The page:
New Work by P.W. Bridgman

Two new poems by P.W. Bridgman which are published in the current issue of The Bangor Literary Journal.  Read other new poems and flash fiction by other writers in the current issue for free.

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Poetry by P.W. Bridgman Biography:

P.W. Bridgman writes from Vancouver, British Columbia, Canada. He has earned graduate and postgraduate degrees in psychology and a degree in law as well. His poems and short fiction and have been published in The Antigonish Review, Grain, The Honest Ulsterman, Ars Medica, The Glasgow Review of Books, The Moth Magazine, Poetry Salzburg Review, Litro Magazine (UK), Litro Magazine (NY), Praxis, Pif Magazine, Ascent Aspirations, The New Orphic Review, Easy Street, London Grip, A New Ulster, Section 8 Magazine, Mulberry Fork Review, Aerodrome and other literary periodicals and e-zines. Bridgman’s writing has also appeared in anthologies published in Canada, Ireland, England and Scotland, and his first book—a selection of short stories entitled Standing at an Angle to My Age—was published in 2013. You may learn more about P.W. Bridgman by visiting his website at <www.pwbridgman.ca>.

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Not the Way a Bullet Leaves a Gun

 

Ruth leaves Jim the way a hand leaves a glove,

with five gentle thumb-and-forefinger tugs from right to left.

Each of the fingers comes partly free,

then the thumb:

each tug a little more confident,

each causing the gentle, leathern grip of wedlock

to relax a touch more until, at last,

it comes full away

with a sound

like a sigh.

 

She leaves him the way a ferry leaves a dock:

with four short soundings of the ship’s whistle,

spaced months apart

(their import unmistakable to anyone but him),

followed by a long one

(the one that signals imminent departure).

Her hull begins to shudder,

engines churn inside it,

water boils up in the widening

space between them,

between loading ramp and dock.

Going nowhere and everywhere, she waves.

He waves back.

 

She does not leave him the way he had always feared,

the way a bullet leaves a gun (all trajectory and target,

with a bang and a puff of smoke,

gone in a trice and forever buried,

deep in another’s heart).

At least not that.

 

At least not that.

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Don’t Touch That Dame

 

P0T 2W0: September 1960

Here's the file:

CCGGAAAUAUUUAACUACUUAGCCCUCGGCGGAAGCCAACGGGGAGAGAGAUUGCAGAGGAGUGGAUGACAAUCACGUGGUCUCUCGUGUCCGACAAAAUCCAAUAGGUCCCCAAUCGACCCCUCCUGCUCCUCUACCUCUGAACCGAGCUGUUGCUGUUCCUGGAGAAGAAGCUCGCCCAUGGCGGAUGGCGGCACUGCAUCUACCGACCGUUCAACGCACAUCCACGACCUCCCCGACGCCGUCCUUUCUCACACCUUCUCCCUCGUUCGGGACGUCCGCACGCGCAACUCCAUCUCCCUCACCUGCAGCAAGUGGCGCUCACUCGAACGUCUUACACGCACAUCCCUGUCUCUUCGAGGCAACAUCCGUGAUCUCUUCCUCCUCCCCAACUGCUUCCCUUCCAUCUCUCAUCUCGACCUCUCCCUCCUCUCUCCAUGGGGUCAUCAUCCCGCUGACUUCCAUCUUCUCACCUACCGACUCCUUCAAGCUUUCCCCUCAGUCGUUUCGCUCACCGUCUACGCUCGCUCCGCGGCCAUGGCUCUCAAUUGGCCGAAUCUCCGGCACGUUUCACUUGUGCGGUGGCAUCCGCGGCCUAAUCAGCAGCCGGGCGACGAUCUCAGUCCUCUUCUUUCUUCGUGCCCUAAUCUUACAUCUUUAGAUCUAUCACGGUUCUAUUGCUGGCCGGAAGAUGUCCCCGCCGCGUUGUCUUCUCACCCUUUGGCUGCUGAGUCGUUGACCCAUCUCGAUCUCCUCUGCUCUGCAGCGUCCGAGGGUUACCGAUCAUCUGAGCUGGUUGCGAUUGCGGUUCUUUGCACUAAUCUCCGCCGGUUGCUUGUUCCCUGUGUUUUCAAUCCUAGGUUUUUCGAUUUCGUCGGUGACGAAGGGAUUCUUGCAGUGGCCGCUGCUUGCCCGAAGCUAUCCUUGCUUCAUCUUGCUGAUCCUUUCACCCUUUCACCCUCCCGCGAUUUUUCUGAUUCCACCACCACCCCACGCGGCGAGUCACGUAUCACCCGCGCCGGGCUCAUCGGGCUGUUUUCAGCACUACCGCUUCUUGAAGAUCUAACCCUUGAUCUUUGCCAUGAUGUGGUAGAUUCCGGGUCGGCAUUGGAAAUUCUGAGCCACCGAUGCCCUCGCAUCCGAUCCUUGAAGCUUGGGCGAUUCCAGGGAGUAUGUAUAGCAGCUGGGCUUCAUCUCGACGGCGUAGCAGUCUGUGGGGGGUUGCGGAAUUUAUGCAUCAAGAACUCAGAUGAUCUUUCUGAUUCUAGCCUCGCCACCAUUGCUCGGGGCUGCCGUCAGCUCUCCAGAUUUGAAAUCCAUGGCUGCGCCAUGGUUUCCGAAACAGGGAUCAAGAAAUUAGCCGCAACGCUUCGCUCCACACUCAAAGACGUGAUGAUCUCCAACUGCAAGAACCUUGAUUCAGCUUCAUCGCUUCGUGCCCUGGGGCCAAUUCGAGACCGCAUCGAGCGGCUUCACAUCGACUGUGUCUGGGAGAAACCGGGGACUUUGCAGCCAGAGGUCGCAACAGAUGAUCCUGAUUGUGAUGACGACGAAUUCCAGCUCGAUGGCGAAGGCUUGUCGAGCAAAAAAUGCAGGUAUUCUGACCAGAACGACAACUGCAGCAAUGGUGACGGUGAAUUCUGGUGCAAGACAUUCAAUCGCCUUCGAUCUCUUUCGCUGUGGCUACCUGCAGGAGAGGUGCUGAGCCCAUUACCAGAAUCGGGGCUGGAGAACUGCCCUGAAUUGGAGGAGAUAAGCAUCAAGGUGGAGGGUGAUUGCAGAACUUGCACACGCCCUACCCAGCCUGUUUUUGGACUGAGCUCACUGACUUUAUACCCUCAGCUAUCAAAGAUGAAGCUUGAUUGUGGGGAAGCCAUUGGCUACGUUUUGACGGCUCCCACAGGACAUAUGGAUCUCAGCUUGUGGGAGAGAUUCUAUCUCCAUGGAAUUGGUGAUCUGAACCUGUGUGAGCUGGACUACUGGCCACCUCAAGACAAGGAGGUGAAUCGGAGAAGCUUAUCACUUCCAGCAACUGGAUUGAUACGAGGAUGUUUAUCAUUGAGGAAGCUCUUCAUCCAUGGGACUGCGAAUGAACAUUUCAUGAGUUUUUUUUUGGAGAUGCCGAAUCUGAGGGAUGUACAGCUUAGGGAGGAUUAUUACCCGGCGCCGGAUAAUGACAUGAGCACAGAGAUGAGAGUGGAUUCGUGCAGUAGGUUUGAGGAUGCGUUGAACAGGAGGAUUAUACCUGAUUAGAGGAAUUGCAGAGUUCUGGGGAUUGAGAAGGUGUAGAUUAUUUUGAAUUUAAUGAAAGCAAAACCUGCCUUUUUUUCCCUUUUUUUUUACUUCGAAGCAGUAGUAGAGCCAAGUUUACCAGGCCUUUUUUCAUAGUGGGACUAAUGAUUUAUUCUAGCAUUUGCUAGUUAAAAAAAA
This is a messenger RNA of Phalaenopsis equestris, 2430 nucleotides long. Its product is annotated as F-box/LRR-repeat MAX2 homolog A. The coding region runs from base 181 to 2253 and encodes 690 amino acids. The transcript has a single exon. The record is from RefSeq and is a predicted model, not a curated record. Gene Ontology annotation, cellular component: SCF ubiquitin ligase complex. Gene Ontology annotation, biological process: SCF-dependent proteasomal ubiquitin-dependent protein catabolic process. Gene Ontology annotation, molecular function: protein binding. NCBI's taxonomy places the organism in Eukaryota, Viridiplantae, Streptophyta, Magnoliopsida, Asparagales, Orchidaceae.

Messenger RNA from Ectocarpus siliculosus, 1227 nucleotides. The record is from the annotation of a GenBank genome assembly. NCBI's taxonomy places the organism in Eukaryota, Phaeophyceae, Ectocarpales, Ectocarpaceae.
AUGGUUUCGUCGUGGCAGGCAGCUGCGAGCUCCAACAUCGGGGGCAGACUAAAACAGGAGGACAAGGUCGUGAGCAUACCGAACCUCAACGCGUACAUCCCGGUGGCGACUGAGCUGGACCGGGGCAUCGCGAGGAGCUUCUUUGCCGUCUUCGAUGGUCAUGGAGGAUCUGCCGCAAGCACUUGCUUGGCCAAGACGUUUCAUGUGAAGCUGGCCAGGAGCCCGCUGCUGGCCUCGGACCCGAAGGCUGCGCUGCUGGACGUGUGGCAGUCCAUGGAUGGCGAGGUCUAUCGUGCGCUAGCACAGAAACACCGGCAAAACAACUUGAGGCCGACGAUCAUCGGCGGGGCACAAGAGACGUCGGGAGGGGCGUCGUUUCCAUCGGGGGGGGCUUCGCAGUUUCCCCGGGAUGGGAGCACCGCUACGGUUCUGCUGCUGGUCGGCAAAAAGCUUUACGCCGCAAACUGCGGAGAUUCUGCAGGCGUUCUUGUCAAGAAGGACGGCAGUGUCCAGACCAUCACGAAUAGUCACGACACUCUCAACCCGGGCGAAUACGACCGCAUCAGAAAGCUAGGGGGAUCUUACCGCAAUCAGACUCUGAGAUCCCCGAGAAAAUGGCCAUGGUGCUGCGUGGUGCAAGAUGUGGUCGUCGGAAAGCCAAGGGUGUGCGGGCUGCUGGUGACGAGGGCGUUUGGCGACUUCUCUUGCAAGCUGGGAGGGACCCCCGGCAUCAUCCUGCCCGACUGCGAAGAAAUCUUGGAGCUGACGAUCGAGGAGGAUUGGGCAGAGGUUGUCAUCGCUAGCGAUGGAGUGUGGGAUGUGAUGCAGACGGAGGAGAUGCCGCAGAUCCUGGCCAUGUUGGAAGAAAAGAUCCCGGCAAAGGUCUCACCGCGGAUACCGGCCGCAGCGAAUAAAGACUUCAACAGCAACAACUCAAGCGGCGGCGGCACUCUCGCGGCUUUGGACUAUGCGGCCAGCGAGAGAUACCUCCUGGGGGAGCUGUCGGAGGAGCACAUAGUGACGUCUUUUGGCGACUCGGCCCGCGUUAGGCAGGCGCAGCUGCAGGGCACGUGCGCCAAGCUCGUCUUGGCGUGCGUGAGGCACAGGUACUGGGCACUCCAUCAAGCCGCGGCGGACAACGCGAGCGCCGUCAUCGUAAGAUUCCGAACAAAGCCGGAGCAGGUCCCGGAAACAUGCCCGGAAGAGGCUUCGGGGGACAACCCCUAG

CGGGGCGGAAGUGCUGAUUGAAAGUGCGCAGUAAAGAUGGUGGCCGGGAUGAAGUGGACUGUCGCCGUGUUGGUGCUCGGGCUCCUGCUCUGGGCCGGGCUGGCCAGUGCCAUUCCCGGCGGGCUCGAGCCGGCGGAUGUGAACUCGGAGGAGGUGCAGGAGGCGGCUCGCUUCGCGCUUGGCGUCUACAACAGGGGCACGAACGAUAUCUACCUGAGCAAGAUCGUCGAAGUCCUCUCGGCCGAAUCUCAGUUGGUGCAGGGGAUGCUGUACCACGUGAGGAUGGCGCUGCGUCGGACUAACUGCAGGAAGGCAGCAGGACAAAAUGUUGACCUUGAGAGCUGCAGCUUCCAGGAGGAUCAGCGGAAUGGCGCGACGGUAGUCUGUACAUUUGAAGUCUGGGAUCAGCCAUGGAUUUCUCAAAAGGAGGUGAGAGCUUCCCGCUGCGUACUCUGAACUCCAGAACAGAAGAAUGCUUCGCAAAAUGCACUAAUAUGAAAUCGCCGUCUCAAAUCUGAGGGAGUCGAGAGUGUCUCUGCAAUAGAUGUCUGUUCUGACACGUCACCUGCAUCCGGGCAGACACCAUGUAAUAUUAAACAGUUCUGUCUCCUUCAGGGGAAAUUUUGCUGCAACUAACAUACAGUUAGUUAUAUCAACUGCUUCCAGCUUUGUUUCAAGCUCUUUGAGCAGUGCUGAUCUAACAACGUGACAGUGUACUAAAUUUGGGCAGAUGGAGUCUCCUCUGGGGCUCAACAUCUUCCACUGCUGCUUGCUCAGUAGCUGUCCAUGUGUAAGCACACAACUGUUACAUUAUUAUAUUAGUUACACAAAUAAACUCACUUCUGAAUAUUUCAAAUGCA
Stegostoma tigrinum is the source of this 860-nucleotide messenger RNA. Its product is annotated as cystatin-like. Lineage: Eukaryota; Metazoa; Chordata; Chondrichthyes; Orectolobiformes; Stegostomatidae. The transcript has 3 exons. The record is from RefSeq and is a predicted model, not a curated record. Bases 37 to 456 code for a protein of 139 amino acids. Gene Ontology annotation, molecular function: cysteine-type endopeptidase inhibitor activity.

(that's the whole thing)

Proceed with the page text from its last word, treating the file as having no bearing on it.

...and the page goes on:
On my deathbed my thoughts shall return

to eight-year-old Gloria Dye.

 

Red-faced, rough-skinned, tousle-headed, scrappy,

perplexed by unkindness, tormented by eczema,

resolutely rejecting of pity.

 

Strong yet vulnerable.  Enigmatic, so very enigmatic.

On my deathbed I shall wonder:

whatever became…

 

On the schoolyard they said: “Don’t touch that dame

or you’ll die.”  “We can’t touch her or else we’ll die,”

they said.

 

Not my words. From me, no words at all—

kind or unkind, helpful or hurtful, comforting or cruel—

were spoken to, or for the benefit of, or to the detriment of,

Gloria Dye.

 

On my deathbed I shall remember tears withheld,

her fierce beauty.  I shall be galled by my own

faltering silence.

 

I shall take not even hollow comfort from knowing

that I showed her no active unkindness.

 

No active unkindness.

 

On my deathbed I shall plead for forgiveness,

not from God but from Gloria Dye.

 

On my deathbed I shall yearn to reach out

and touch that dame.

Call for Work: Easter/ Spring Themed Submissions

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Do you have any Easter or Spring themed poems, flash fiction, art or photography that you would like to send us to be published on our website in a small online publication? Work that has been previously published is fine as long as you tell us where.

Send up to two pieces with the heading EASTER to thebangorliteraryjournal@hotmail.com including a short biography and an image of yourself by Thursday 29th March to be considered. Either attach your work in a Word Document ore else copy it in the body of the email.